This may sound like an easy question. However, in the United States, it is not so straightforward. Since 2000, becoming a licensed pharmacist in the United States requires a doctorate of pharmacy. However, there are multiple ways to go about receiving this degree.
The most straightforward way is to receive a bachelor's degree from an undergraduate program and then apply to a pharmacy to receive a doctorate of pharmacy and become a licensed pharmacist. However, the undergraduate degree would typically take four years to complete, and most pharmacy school programs are an additional four years, totaling eight years. However, some pharmacy school programs are three years long and have students attend school through the summers.
Additionally, some pharmacy schools do not require a bachelor's degree to be admitted to their school to make matters more complicated. Therefore, it is possible for someone to complete the requirements for a pharmacy school within two years and enroll without ever receiving a four-year undergraduate degree.
There are also a few programs that combine their requirements and pharmacy school into one program allowing first-year students to enroll and become a doctor of pharmacy after six straight years.
In summary, receiving a doctorate in pharmacy generally takes eight years. However, this can be shaved down to seven years with an expedited program that has its students study throughout the summer. This can also be shaved down even further to six years if the student opts not to receive an undergraduate degree and enter pharmacy school with just the required courses. In theory, I suppose it is possible to have someone complete the two years of requirements and then enroll in a three-year pharmacy program totaling five years. However, this is exceedingly rare, and the three-year schools may require bachelor's degrees for admission.
Pharmacists work in hospitals dispensing medications for all patients in the hospital as well as rounding on the medical teams with the doctors for more direct patient care to influence medicine choices and proper dosing. They also work in local pharmacies, for pharmaceutical companies, and insurance companies in managed care.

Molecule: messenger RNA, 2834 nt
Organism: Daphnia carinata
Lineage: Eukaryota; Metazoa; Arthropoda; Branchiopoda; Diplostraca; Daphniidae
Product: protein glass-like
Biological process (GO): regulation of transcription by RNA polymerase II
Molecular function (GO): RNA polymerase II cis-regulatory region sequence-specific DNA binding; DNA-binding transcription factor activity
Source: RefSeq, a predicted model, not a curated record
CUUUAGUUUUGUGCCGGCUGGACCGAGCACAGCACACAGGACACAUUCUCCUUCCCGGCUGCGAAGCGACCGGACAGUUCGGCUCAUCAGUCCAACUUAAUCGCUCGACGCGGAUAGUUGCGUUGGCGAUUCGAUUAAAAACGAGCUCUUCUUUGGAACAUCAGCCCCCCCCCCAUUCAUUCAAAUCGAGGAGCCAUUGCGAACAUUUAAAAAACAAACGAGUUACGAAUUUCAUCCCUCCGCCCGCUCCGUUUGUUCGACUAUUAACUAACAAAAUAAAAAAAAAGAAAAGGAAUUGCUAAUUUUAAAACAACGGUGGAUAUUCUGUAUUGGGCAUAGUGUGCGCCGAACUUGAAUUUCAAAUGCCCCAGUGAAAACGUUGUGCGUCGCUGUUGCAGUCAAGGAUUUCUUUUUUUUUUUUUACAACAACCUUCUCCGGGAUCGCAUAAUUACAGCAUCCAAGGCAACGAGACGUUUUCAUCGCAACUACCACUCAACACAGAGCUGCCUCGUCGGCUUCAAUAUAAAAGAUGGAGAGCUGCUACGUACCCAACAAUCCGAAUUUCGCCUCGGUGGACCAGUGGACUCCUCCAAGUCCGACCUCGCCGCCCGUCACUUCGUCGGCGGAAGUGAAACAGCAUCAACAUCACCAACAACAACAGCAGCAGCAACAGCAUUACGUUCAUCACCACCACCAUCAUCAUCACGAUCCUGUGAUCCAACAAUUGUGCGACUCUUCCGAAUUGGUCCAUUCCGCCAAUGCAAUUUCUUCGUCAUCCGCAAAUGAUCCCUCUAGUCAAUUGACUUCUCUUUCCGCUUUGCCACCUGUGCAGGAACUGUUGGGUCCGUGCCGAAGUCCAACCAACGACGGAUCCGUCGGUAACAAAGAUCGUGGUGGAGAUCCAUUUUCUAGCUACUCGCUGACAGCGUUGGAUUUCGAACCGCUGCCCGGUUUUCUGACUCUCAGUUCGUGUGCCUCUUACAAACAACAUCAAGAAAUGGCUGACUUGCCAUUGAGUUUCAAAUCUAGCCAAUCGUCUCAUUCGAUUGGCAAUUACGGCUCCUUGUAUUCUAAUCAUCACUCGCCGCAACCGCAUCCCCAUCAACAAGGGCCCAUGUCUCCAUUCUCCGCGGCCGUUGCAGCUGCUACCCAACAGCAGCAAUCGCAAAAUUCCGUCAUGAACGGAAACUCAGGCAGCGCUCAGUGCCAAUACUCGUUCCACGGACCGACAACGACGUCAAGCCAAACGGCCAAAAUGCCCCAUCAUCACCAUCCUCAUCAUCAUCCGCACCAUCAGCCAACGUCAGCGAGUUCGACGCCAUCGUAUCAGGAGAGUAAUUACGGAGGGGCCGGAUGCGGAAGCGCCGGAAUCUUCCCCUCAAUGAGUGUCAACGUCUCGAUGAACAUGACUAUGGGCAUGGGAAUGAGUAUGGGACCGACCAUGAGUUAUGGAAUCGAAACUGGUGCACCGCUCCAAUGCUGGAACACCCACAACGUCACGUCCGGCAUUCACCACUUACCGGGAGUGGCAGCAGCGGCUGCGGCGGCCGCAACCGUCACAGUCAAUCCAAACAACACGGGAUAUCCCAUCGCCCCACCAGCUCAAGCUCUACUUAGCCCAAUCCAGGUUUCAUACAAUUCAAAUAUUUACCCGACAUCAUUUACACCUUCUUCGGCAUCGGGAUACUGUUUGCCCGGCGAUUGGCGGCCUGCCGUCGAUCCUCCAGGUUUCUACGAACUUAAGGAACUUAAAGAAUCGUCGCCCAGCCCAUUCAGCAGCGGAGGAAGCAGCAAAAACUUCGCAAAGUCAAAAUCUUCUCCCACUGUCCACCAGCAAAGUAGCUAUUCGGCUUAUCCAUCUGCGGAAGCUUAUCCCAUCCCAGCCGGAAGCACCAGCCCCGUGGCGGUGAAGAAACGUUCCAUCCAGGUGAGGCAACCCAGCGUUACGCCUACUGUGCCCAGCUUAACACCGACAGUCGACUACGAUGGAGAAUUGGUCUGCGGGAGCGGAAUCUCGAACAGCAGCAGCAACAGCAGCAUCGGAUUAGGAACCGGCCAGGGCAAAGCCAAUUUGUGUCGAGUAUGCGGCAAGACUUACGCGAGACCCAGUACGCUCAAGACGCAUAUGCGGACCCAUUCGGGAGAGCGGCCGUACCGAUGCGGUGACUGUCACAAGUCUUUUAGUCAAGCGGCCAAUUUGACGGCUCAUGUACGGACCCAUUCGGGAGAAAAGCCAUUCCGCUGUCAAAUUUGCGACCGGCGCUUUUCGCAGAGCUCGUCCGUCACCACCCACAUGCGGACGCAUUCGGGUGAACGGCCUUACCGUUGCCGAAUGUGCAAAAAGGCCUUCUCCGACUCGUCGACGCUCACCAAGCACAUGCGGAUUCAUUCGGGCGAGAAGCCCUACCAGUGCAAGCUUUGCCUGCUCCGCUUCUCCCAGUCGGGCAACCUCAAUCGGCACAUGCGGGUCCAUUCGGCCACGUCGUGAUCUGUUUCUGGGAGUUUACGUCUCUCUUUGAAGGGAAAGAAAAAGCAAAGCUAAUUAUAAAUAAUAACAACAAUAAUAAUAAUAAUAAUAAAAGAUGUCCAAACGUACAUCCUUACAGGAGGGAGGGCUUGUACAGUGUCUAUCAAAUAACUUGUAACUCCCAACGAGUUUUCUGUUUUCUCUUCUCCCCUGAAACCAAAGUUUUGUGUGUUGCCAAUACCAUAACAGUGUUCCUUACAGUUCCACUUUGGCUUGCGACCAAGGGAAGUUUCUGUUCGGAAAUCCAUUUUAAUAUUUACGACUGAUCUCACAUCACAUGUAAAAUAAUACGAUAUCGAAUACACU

Pharmacy is also a great field for women due to flexibility with hours and ability to work part time and still make a good living if that is your choice.
I worked for more than 20 years as a clinical specialist in pediatric hematology/oncology at a children's hospital. It was very rewarding. I now work in managed care for an insurance company. It is very different but I really enjoy it. This is more of a drug information type position and reviewing prior authorizations for Medicare. But it is also very rewarding and interesting.
Step 1: Earn a Bachelor's Degree or Complete a Pre-Pharmacy Program
Step 2: Obtain a Doctor of Pharmacy Degree
Step 3: Acquire a Pharmacist License
Step 4: Consider Postgraduate Training - for additional training
Step 5: Examine Possible Work Settings - retail vs hospitals vs healthcare facilities
Visit the link below to see more in details what each step entails.
I would suggest getting a job as a Pharmacy Assistant at a local drug store's pharmacy (walmart, walgreens, CVS, etc ) to gain the experience while you are studying. It'll also give you a good perspective on the field, opportunities to ask your boss (the pharmacist) questions and advice and give you motivation in your studies.
The first step is researching pharmacy schools in your state. It would help if you considered getting a pharmacy technician job at a chain pharmacy. After that, you should complete the pre-requisites for entrance to the pharmacy. Some schools don’t have to require a bachelor’s degree, and you may be able to start after two years. Depending on your potential school options, you should consider taking the PCAT. Lastly, you apply to that school.
You can go to college to become a pharmacist. It is a very specialized profession but also very important. Most people think that you should ask a doctor about how a particular medicine will impact you. Most doctors only understand on a basic level what medicine to use as they have only a few months studying medicines. Pharmacists spend all of their time in college studying medicines. Whenever I think that I am ill, I go to a pharmacy and asked what I should ask my doctor to prescribe. Now that comes from my work experience. I worked for a pharmaceutical company and talked with pharmacists. I also had two friends that were saved from potentially harmful interactions when trying to fill a prescription, mistakes made by doctors who didn't really understand drug interactions.
It is a wonderful profession.